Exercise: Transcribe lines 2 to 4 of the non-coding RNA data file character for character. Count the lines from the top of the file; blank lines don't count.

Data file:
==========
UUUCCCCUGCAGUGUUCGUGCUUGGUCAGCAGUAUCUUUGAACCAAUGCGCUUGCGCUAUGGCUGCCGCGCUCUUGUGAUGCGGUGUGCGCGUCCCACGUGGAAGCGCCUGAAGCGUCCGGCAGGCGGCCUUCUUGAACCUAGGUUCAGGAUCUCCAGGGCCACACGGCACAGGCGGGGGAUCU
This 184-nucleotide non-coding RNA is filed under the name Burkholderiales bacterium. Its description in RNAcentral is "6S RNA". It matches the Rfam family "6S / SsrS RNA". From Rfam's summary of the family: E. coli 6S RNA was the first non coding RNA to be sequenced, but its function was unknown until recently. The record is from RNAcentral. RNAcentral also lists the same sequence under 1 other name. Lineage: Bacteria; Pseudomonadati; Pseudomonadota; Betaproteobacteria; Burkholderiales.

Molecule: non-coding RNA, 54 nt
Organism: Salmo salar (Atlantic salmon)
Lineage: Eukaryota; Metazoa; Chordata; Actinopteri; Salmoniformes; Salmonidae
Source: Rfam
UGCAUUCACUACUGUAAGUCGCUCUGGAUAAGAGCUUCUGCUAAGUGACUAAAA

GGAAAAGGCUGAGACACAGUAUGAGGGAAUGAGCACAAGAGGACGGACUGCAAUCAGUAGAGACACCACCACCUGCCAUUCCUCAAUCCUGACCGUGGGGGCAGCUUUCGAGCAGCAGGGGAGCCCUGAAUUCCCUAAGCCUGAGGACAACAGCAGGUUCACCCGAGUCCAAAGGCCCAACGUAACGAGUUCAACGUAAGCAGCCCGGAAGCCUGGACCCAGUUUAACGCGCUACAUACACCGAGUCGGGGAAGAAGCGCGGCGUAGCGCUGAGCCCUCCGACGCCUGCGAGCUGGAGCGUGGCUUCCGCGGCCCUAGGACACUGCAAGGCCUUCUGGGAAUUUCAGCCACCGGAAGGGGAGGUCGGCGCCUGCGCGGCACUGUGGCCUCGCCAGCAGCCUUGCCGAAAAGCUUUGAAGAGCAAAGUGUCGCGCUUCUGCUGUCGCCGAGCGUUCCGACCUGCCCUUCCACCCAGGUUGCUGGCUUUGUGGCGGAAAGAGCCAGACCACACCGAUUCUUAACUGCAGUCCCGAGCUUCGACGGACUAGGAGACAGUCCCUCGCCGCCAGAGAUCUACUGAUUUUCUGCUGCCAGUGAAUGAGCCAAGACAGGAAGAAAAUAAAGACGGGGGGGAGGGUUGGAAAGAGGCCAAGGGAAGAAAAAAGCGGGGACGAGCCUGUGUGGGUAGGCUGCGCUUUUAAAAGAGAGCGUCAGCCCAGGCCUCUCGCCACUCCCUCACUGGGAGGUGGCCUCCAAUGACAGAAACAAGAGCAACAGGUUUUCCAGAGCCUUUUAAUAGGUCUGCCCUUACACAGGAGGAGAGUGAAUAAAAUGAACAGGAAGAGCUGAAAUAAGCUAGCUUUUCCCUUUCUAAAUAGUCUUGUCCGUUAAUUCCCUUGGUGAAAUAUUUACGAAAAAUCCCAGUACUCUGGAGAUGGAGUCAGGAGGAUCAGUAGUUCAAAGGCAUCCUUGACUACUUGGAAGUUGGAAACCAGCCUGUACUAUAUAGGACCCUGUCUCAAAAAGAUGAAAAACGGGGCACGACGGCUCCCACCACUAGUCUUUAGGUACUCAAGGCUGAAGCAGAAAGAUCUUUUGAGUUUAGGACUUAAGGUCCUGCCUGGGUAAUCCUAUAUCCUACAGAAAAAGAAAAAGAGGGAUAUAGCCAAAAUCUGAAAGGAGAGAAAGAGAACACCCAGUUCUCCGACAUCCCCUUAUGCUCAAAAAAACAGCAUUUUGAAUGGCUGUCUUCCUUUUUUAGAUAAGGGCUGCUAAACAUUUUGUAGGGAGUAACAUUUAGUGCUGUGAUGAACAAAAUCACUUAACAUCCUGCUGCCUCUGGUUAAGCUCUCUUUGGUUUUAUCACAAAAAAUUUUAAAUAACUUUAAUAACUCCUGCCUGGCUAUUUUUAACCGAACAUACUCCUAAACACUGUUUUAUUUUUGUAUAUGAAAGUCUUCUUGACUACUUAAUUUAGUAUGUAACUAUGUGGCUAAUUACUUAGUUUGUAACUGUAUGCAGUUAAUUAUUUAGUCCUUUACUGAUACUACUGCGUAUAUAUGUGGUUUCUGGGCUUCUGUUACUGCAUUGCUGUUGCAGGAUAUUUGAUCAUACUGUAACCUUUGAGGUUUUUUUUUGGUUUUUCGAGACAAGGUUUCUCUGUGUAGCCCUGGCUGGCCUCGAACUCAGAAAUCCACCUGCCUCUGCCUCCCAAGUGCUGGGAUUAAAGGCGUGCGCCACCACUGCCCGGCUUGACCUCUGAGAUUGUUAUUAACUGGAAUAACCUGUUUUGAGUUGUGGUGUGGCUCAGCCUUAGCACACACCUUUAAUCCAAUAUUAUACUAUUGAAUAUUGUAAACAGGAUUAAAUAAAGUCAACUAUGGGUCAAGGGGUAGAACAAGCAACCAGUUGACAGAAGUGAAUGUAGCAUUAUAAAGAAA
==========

This 184-nucleotide non-coding RNA is filed under the name Burkholderiales bacterium. Its description in RNAcentral is "6S RNA". It matches the Rfam family "6S / SsrS RNA". From Rfam's summary of the family: E. coli 6S RNA was the first non coding RNA to be sequenced, but its function was unknown until recently. The record is from RNAcentral. RNAcentral also lists the same sequence under 1 other name. Lineage: Bacteria; Pseudomonadati; Pseudomonadota; Betaproteobacteria; Burkholderiales.

Molecule: non-coding RNA, 54 nt
Organism: Salmo salar (Atlantic salmon)